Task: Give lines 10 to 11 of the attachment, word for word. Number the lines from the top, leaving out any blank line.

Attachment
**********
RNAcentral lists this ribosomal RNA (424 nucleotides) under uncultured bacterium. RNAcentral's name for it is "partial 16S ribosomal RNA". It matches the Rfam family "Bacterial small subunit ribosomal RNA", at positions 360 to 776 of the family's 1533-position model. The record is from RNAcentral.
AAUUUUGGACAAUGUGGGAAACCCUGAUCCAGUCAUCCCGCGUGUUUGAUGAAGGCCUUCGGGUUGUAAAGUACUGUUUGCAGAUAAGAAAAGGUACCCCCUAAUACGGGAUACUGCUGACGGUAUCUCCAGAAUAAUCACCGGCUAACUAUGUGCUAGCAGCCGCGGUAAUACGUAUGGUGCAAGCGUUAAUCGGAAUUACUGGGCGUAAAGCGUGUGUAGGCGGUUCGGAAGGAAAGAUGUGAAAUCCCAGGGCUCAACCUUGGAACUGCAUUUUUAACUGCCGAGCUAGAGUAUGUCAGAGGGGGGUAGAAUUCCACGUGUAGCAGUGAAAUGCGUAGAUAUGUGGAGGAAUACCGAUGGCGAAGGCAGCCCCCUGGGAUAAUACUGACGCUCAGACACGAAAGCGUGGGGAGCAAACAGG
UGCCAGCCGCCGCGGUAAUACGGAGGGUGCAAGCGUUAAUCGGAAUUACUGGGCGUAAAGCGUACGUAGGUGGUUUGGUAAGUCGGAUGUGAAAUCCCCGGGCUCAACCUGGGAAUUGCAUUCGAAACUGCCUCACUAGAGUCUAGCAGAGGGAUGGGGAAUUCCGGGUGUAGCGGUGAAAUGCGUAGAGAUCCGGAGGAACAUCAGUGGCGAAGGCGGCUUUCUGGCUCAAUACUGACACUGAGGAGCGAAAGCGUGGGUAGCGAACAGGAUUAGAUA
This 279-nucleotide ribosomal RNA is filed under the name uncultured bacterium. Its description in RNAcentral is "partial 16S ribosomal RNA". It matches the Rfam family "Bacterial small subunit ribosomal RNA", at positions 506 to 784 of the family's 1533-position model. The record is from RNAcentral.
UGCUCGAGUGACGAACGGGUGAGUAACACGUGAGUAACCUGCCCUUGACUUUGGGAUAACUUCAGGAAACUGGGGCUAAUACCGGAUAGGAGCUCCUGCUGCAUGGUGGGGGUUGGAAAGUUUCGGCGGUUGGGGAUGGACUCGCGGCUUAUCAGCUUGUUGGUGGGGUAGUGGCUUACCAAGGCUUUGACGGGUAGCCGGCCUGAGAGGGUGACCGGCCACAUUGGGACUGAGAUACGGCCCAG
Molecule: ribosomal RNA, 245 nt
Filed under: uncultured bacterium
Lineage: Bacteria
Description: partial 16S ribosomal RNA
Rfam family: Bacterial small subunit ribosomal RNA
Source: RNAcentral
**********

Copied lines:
Rfam family: Bacterial small subunit ribosomal RNA
Source: RNAcentral